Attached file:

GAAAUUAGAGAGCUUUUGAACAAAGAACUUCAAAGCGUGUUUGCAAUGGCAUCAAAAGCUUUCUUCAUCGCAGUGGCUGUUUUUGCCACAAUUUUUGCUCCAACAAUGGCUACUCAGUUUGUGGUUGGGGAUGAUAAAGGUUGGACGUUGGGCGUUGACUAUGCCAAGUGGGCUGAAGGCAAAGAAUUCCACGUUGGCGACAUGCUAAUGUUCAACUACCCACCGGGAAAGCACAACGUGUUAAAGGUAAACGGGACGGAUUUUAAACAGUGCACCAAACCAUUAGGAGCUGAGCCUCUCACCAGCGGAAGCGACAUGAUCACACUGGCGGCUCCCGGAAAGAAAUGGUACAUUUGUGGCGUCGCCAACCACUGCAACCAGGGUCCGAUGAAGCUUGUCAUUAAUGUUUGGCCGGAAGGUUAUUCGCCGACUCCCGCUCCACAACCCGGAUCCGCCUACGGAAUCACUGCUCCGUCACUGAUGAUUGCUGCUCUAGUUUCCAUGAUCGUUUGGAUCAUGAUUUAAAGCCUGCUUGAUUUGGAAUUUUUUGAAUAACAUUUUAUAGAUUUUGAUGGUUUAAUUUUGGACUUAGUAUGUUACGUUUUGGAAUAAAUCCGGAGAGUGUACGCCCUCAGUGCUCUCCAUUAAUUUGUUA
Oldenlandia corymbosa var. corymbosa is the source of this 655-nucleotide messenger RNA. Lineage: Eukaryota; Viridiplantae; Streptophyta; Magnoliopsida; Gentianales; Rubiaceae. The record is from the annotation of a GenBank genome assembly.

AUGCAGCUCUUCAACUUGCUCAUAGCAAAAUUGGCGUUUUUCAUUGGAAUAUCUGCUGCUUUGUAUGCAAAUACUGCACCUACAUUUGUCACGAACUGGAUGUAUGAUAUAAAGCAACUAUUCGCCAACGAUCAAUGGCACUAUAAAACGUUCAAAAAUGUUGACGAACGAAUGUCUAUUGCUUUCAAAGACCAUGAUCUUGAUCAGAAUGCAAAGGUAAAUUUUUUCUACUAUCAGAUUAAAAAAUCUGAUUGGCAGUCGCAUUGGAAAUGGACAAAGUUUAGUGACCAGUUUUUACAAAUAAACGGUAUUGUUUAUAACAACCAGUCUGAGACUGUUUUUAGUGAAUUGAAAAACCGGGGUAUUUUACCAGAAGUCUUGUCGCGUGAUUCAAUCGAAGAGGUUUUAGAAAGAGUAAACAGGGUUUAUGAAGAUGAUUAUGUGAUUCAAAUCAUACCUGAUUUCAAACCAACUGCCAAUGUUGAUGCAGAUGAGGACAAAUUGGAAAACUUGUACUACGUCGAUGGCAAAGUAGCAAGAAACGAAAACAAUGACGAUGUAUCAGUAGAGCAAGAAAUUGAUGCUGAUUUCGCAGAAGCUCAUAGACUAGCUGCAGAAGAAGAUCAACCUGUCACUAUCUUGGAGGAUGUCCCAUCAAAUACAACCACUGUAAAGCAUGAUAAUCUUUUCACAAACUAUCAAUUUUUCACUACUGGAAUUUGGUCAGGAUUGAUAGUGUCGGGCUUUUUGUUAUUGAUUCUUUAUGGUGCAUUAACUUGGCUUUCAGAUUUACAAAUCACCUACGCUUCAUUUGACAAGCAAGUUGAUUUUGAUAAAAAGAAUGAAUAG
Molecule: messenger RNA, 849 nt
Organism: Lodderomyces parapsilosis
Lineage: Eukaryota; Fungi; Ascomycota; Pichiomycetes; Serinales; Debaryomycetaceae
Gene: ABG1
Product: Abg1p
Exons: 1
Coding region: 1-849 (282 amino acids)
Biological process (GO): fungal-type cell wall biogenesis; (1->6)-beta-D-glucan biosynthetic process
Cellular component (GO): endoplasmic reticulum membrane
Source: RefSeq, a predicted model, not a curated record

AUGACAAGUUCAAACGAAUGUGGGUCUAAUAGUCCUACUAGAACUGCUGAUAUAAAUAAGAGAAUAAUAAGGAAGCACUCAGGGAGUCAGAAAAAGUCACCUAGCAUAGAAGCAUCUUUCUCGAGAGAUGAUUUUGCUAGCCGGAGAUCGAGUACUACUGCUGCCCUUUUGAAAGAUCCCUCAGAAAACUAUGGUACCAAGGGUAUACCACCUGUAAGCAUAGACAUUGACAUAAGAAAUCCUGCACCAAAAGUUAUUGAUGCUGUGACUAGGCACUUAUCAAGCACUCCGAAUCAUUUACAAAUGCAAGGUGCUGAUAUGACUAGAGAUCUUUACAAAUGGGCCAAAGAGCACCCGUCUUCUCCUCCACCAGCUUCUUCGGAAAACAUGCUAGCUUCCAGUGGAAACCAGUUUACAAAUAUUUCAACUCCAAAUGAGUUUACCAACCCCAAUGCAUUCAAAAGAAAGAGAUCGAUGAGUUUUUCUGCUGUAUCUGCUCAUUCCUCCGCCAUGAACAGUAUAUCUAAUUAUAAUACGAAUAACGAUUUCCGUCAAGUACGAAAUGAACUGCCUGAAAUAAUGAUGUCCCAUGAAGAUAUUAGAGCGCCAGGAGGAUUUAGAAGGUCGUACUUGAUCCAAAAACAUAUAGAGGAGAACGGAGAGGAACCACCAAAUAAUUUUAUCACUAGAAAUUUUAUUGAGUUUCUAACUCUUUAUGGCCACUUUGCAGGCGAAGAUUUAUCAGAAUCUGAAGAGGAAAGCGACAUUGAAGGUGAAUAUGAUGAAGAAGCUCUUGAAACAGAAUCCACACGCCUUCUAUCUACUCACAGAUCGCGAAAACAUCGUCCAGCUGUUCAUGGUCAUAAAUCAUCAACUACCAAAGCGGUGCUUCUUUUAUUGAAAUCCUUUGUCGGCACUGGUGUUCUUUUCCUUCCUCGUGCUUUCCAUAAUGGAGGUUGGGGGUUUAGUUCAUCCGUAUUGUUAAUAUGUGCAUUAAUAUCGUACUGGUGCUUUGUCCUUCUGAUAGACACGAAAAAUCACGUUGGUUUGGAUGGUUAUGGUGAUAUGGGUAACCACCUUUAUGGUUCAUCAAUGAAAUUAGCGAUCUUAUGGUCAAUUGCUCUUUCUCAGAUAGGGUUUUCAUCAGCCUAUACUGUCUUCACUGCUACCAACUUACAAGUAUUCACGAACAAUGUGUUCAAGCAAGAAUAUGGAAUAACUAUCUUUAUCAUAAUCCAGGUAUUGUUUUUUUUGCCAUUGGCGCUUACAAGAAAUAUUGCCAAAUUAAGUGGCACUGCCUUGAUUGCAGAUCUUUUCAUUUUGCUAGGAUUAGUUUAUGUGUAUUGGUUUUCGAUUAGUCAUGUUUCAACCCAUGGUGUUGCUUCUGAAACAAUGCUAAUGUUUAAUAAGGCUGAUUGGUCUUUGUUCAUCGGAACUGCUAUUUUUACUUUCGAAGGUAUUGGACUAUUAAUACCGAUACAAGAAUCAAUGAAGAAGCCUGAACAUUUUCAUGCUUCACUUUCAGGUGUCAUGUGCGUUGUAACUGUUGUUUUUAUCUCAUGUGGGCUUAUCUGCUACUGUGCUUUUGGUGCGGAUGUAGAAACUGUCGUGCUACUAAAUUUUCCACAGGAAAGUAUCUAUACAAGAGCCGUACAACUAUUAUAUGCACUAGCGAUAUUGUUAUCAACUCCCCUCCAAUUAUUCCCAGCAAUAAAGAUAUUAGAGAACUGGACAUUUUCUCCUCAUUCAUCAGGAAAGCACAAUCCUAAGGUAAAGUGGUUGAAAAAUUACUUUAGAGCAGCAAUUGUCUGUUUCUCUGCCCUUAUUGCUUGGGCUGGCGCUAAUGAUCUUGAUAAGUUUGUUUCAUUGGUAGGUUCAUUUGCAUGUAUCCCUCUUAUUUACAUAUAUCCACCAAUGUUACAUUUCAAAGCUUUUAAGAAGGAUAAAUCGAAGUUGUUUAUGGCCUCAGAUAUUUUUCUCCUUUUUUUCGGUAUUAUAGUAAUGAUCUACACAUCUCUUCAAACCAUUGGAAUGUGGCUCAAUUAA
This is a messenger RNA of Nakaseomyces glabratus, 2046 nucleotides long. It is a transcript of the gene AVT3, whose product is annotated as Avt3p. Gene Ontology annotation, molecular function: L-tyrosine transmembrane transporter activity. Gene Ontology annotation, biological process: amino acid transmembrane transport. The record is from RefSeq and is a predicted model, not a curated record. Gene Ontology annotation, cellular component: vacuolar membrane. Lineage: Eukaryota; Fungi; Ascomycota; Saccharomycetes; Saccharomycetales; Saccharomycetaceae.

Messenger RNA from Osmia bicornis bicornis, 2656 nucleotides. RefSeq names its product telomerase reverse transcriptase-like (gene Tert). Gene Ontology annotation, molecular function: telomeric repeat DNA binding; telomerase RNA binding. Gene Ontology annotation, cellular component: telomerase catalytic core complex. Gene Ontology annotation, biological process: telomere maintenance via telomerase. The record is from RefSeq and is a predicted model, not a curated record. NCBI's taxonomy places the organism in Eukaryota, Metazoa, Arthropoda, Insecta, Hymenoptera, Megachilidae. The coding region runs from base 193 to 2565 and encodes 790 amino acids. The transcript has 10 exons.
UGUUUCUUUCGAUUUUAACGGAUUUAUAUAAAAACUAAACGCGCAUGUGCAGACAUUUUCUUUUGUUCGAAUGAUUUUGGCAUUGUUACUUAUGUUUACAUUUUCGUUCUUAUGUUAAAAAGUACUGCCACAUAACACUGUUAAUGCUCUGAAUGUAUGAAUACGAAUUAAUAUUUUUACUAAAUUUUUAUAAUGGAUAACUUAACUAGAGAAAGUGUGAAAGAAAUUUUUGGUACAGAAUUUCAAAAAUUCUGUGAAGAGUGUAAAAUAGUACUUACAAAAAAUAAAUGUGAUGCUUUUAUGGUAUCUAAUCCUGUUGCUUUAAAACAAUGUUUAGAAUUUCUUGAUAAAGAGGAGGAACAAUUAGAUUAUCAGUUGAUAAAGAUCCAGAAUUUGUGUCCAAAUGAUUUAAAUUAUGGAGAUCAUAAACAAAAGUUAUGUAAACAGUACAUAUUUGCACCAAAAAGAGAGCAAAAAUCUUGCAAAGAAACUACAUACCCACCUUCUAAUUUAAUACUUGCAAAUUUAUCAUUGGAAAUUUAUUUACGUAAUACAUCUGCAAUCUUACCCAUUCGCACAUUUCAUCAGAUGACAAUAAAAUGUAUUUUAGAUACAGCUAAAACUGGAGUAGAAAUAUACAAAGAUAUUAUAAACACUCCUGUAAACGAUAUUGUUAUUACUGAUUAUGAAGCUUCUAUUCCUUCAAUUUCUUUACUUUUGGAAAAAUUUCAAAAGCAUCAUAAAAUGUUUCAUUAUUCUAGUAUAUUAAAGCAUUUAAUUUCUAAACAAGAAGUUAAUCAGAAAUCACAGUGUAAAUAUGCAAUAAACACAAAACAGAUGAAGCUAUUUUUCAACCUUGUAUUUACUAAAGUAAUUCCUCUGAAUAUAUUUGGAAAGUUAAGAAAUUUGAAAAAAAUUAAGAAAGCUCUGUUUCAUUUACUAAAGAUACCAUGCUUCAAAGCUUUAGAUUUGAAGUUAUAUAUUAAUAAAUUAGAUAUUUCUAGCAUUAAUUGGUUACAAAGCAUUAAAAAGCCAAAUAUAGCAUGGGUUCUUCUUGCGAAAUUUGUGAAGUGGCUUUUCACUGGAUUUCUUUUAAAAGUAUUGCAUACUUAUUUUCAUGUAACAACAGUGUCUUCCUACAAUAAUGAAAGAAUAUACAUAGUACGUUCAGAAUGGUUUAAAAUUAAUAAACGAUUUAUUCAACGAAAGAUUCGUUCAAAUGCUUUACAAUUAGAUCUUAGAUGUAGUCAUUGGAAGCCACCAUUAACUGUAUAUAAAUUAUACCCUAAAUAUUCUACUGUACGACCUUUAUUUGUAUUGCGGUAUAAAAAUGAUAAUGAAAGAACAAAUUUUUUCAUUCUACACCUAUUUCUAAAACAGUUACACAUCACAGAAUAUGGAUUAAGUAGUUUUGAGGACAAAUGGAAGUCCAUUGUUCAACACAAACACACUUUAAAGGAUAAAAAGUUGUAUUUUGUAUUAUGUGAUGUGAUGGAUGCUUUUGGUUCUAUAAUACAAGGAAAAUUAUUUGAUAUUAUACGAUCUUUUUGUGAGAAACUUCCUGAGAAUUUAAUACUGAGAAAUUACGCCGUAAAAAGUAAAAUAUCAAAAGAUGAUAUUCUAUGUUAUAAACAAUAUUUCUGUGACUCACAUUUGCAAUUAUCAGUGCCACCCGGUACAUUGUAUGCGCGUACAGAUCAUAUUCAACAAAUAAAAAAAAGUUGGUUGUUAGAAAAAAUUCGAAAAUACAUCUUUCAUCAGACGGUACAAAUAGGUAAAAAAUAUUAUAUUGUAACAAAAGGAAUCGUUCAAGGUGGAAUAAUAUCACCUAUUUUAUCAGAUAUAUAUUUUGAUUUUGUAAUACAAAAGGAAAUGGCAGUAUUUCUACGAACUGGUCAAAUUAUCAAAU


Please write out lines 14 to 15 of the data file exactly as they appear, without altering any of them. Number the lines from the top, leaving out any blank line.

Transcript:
AUGACAAGUUCAAACGAAUGUGGGUCUAAUAGUCCUACUAGAACUGCUGAUAUAAAUAAGAGAAUAAUAAGGAAGCACUCAGGGAGUCAGAAAAAGUCACCUAGCAUAGAAGCAUCUUUCUCGAGAGAUGAUUUUGCUAGCCGGAGAUCGAGUACUACUGCUGCCCUUUUGAAAGAUCCCUCAGAAAACUAUGGUACCAAGGGUAUACCACCUGUAAGCAUAGACAUUGACAUAAGAAAUCCUGCACCAAAAGUUAUUGAUGCUGUGACUAGGCACUUAUCAAGCACUCCGAAUCAUUUACAAAUGCAAGGUGCUGAUAUGACUAGAGAUCUUUACAAAUGGGCCAAAGAGCACCCGUCUUCUCCUCCACCAGCUUCUUCGGAAAACAUGCUAGCUUCCAGUGGAAACCAGUUUACAAAUAUUUCAACUCCAAAUGAGUUUACCAACCCCAAUGCAUUCAAAAGAAAGAGAUCGAUGAGUUUUUCUGCUGUAUCUGCUCAUUCCUCCGCCAUGAACAGUAUAUCUAAUUAUAAUACGAAUAACGAUUUCCGUCAAGUACGAAAUGAACUGCCUGAAAUAAUGAUGUCCCAUGAAGAUAUUAGAGCGCCAGGAGGAUUUAGAAGGUCGUACUUGAUCCAAAAACAUAUAGAGGAGAACGGAGAGGAACCACCAAAUAAUUUUAUCACUAGAAAUUUUAUUGAGUUUCUAACUCUUUAUGGCCACUUUGCAGGCGAAGAUUUAUCAGAAUCUGAAGAGGAAAGCGACAUUGAAGGUGAAUAUGAUGAAGAAGCUCUUGAAACAGAAUCCACACGCCUUCUAUCUACUCACAGAUCGCGAAAACAUCGUCCAGCUGUUCAUGGUCAUAAAUCAUCAACUACCAAAGCGGUGCUUCUUUUAUUGAAAUCCUUUGUCGGCACUGGUGUUCUUUUCCUUCCUCGUGCUUUCCAUAAUGGAGGUUGGGGGUUUAGUUCAUCCGUAUUGUUAAUAUGUGCAUUAAUAUCGUACUGGUGCUUUGUCCUUCUGAUAGACACGAAAAAUCACGUUGGUUUGGAUGGUUAUGGUGAUAUGGGUAACCACCUUUAUGGUUCAUCAAUGAAAUUAGCGAUCUUAUGGUCAAUUGCUCUUUCUCAGAUAGGGUUUUCAUCAGCCUAUACUGUCUUCACUGCUACCAACUUACAAGUAUUCACGAACAAUGUGUUCAAGCAAGAAUAUGGAAUAACUAUCUUUAUCAUAAUCCAGGUAUUGUUUUUUUUGCCAUUGGCGCUUACAAGAAAUAUUGCCAAAUUAAGUGGCACUGCCUUGAUUGCAGAUCUUUUCAUUUUGCUAGGAUUAGUUUAUGUGUAUUGGUUUUCGAUUAGUCAUGUUUCAACCCAUGGUGUUGCUUCUGAAACAAUGCUAAUGUUUAAUAAGGCUGAUUGGUCUUUGUUCAUCGGAACUGCUAUUUUUACUUUCGAAGGUAUUGGACUAUUAAUACCGAUACAAGAAUCAAUGAAGAAGCCUGAACAUUUUCAUGCUUCACUUUCAGGUGUCAUGUGCGUUGUAACUGUUGUUUUUAUCUCAUGUGGGCUUAUCUGCUACUGUGCUUUUGGUGCGGAUGUAGAAACUGUCGUGCUACUAAAUUUUCCACAGGAAAGUAUCUAUACAAGAGCCGUACAACUAUUAUAUGCACUAGCGAUAUUGUUAUCAACUCCCCUCCAAUUAUUCCCAGCAAUAAAGAUAUUAGAGAACUGGACAUUUUCUCCUCAUUCAUCAGGAAAGCACAAUCCUAAGGUAAAGUGGUUGAAAAAUUACUUUAGAGCAGCAAUUGUCUGUUUCUCUGCCCUUAUUGCUUGGGCUGGCGCUAAUGAUCUUGAUAAGUUUGUUUCAUUGGUAGGUUCAUUUGCAUGUAUCCCUCUUAUUUACAUAUAUCCACCAAUGUUACAUUUCAAAGCUUUUAAGAAGGAUAAAUCGAAGUUGUUUAUGGCCUCAGAUAUUUUUCUCCUUUUUUUCGGUAUUAUAGUAAUGAUCUACACAUCUCUUCAAACCAUUGGAAUGUGGCUCAAUUAA
This is a messenger RNA of Nakaseomyces glabratus, 2046 nucleotides long. It is a transcript of the gene AVT3, whose product is annotated as Avt3p. Gene Ontology annotation, molecular function: L-tyrosine transmembrane transporter activity. Gene Ontology annotation, biological process: amino acid transmembrane transport. The record is from RefSeq and is a predicted model, not a curated record. Gene Ontology annotation, cellular component: vacuolar membrane. Lineage: Eukaryota; Fungi; Ascomycota; Saccharomycetes; Saccharomycetales; Saccharomycetaceae.